Contemporary Catholics on Traditional Devotions

Traditional devotions can provoke a wide variety of reactions among contemporary Catholics. For many, the devotional life discovered during childhood has never lost its appeal. For some it has always remained on the fringes of their Catholicism. For still others it seems inconsistent with a mature faithand even vaguely superstitious. At the same time, a number of studies suggest that younger Catholics may be more open than their immediate elders to traditional devotions.

This variety of responses raises some interesting questions: What do traditional devotions have to say to contemporary Catholics? How might a devotion that has seen its popularity wax and wane (and now wax again) speak to Catholics unfamiliar with its appeal? Can devotions that often carry heavy theological and cultural baggage find a place in the post-Vatican II church? In short, what might devotions mean today?

Advertisement

This series for Lent and Easter focuses on the world of devotions in the life of contemporary believers. America asked a number of writers, many of them younger Catholics, to speak about a favorite devotionits history, its place in the writer’s life and its possible role in the life of contemporary believers. In this third part of the series we look at two: the Miraculous Medal and the Liturgy of the Hours.

Comments are automatically closed two weeks after an article's initial publication. See our comments policy for more.
15 years 6 months ago
In an otherwise refreshing article on devotions, a small correction. Fr. Martin notes a series of essays that will be published on the devotional life of the Church, including Liturgy of the Hours. In the life of the Church, devotions are considered private prayer even though frequently done publicly. In contrast, the Liturgy of the Hours is officially public and communal prayer of the Church in parallel to the Liturgy of the Eucharist, although prior to Vatican II performed exclusively by clergy. To include the Liturgy of the Hours in the devotional list is to reinforce the notion that it is private and thus contravenes the reform of the liturgy. When the essay does appear, I hope that it makes that point clear.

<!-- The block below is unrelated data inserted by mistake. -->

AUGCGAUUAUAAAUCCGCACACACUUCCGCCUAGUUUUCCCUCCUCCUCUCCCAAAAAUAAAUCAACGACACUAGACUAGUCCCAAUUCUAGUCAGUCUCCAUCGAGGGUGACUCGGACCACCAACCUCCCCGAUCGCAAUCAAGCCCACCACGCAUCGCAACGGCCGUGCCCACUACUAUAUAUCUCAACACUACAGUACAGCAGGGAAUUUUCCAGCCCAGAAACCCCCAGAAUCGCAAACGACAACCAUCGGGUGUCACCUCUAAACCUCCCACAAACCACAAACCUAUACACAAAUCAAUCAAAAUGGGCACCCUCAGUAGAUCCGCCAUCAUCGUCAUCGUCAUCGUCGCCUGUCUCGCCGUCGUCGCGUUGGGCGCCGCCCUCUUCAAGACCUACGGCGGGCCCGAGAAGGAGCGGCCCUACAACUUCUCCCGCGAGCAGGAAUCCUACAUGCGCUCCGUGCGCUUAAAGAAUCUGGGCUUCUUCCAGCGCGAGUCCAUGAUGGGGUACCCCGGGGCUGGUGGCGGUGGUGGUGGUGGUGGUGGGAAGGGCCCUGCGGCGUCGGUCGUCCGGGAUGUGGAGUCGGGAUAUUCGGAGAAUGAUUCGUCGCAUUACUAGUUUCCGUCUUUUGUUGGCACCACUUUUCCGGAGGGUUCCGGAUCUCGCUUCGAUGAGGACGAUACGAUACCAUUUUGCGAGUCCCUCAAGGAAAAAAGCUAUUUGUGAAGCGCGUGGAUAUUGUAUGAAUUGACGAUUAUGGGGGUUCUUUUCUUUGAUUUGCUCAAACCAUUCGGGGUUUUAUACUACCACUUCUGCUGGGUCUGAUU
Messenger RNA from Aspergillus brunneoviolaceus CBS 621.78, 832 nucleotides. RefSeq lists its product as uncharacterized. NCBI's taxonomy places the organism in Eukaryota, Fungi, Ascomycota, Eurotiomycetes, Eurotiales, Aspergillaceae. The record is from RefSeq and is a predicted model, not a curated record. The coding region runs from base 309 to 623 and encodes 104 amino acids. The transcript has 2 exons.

15 years 6 months ago
In an otherwise refreshing article on devotions, a small correction. Fr. Martin notes a series of essays that will be published on the devotional life of the Church, including Liturgy of the Hours. In the life of the Church, devotions are considered private prayer even though frequently done publicly. In contrast, the Liturgy of the Hours is officially public and communal prayer of the Church in parallel to the Liturgy of the Eucharist, although prior to Vatican II performed exclusively by clergy. To include the Liturgy of the Hours in the devotional list is to reinforce the notion that it is private and thus contravenes the reform of the liturgy. When the essay does appear, I hope that it makes that point clear.

Advertisement

The latest from america

When “American Vandal” debuted on Netflix last year, it seemed to be positioning itself as the raucous send-up of the true crime genre. In Season Two, there is a much sharper edge to this new premise.
Jim McDermottSeptember 17, 2018
Knowing that the future of the church will largely be in the hands of Latinos, it is paramount that Catholic schools help form them in the faith and help them become our future leaders.
The EditorsSeptember 17, 2018
Jesuit Father Hans Zollner, president of the Center for Child Protection at the Pontifical Gregorian University in Rome, speaks at a news conference officially launching the center in February 2015. Also pictured is Cardinal Sean P. O'Malley of Boston, head of the Pontifical Commission for Child Protection. (CNS photo/Paul Haring)
Hans Zollner, S.J., a member on the Pontifical Commission for the Protection of Minors, shares his hopes for the church as a crisis that never ceases to shock and sorrow continues.
Jim McDermottSeptember 17, 2018
The film tells the story of Louie Zamperini, who spent 47 days at sea before being rescued, imprisoned and tortured by the Japanese.
John AndersonSeptember 14, 2018